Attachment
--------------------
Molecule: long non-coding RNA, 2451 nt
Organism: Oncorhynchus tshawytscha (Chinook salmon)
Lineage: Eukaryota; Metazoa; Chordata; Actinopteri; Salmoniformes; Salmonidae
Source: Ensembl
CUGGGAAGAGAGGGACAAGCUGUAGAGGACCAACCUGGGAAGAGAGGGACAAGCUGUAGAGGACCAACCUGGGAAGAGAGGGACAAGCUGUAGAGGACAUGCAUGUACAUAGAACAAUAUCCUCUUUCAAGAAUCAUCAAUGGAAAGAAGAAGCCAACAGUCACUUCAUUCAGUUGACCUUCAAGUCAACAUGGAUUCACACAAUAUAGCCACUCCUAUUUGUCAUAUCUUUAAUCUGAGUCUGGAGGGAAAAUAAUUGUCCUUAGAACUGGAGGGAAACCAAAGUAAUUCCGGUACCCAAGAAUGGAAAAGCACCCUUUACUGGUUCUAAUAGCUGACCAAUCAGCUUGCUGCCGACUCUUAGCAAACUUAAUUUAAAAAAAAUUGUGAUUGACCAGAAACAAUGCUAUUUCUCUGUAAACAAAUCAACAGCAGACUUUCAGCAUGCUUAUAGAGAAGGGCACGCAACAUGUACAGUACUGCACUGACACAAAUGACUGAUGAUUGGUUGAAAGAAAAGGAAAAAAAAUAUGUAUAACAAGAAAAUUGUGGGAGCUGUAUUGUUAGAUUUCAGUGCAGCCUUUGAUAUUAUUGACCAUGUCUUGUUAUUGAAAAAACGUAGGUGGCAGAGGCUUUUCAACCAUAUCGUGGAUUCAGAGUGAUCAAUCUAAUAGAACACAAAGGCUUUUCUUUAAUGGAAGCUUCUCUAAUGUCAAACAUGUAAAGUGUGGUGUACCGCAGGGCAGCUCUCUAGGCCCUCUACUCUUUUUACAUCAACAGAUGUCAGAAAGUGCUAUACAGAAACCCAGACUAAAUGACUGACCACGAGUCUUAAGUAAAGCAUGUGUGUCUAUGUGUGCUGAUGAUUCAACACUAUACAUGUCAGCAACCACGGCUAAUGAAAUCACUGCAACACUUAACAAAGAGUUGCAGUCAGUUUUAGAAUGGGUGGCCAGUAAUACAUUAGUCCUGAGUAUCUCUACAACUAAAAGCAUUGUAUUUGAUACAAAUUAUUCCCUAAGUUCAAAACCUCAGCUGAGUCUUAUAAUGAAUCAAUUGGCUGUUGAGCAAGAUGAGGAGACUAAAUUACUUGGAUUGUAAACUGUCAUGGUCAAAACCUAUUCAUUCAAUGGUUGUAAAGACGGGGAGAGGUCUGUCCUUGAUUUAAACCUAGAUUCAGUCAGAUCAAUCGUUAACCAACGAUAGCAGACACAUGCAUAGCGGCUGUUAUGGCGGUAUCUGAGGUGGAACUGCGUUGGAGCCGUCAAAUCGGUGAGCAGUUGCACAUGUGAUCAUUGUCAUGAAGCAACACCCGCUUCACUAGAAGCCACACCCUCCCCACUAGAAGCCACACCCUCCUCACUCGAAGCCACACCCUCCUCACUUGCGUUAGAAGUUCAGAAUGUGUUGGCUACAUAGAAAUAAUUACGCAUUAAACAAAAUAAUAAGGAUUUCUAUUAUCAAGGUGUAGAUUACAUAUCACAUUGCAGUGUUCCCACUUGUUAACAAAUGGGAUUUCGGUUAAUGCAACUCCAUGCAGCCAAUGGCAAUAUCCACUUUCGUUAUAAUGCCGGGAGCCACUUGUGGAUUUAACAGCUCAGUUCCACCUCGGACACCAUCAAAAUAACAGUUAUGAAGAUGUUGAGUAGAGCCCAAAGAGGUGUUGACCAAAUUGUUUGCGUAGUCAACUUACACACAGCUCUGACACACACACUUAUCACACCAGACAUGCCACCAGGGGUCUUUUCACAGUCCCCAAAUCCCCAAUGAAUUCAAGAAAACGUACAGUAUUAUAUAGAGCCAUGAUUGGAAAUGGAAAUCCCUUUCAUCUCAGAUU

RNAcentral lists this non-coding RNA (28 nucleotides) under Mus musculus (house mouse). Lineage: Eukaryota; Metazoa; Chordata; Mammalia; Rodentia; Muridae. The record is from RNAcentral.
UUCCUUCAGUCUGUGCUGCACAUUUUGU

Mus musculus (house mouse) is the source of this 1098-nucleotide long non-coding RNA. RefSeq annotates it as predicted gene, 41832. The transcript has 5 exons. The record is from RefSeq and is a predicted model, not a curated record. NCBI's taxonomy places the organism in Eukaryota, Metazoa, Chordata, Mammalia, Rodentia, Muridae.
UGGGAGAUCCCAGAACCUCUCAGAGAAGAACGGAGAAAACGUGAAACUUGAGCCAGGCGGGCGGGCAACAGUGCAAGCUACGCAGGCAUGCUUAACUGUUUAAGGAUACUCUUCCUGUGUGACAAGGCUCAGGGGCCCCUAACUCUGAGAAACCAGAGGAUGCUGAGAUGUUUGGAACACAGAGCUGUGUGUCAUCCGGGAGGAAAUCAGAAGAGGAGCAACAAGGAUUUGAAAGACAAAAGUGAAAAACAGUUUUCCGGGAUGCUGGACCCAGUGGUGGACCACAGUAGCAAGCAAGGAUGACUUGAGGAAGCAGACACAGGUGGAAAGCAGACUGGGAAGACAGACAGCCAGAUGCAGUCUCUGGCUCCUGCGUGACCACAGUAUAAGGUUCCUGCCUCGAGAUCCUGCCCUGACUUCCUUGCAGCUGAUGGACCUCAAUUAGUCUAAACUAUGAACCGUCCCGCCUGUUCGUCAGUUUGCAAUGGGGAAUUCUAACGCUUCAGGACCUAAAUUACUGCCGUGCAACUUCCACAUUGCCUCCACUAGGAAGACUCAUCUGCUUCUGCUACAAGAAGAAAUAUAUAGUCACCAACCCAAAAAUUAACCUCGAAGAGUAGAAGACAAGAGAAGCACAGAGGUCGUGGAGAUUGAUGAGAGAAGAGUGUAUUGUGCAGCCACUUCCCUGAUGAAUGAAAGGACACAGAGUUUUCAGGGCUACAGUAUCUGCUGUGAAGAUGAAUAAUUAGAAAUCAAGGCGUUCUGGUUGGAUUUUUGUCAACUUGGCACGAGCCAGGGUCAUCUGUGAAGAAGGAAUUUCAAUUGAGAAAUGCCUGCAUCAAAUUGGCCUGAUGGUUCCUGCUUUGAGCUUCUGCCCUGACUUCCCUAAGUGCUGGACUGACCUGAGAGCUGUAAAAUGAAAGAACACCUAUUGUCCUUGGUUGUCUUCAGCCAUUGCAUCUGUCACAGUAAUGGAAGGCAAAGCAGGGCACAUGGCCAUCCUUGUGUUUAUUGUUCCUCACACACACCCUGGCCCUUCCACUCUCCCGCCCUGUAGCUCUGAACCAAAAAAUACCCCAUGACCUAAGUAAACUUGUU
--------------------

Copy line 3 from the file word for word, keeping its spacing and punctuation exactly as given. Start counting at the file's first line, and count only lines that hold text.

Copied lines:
Lineage: Eukaryota; Metazoa; Chordata; Actinopteri; Salmoniformes; Salmonidae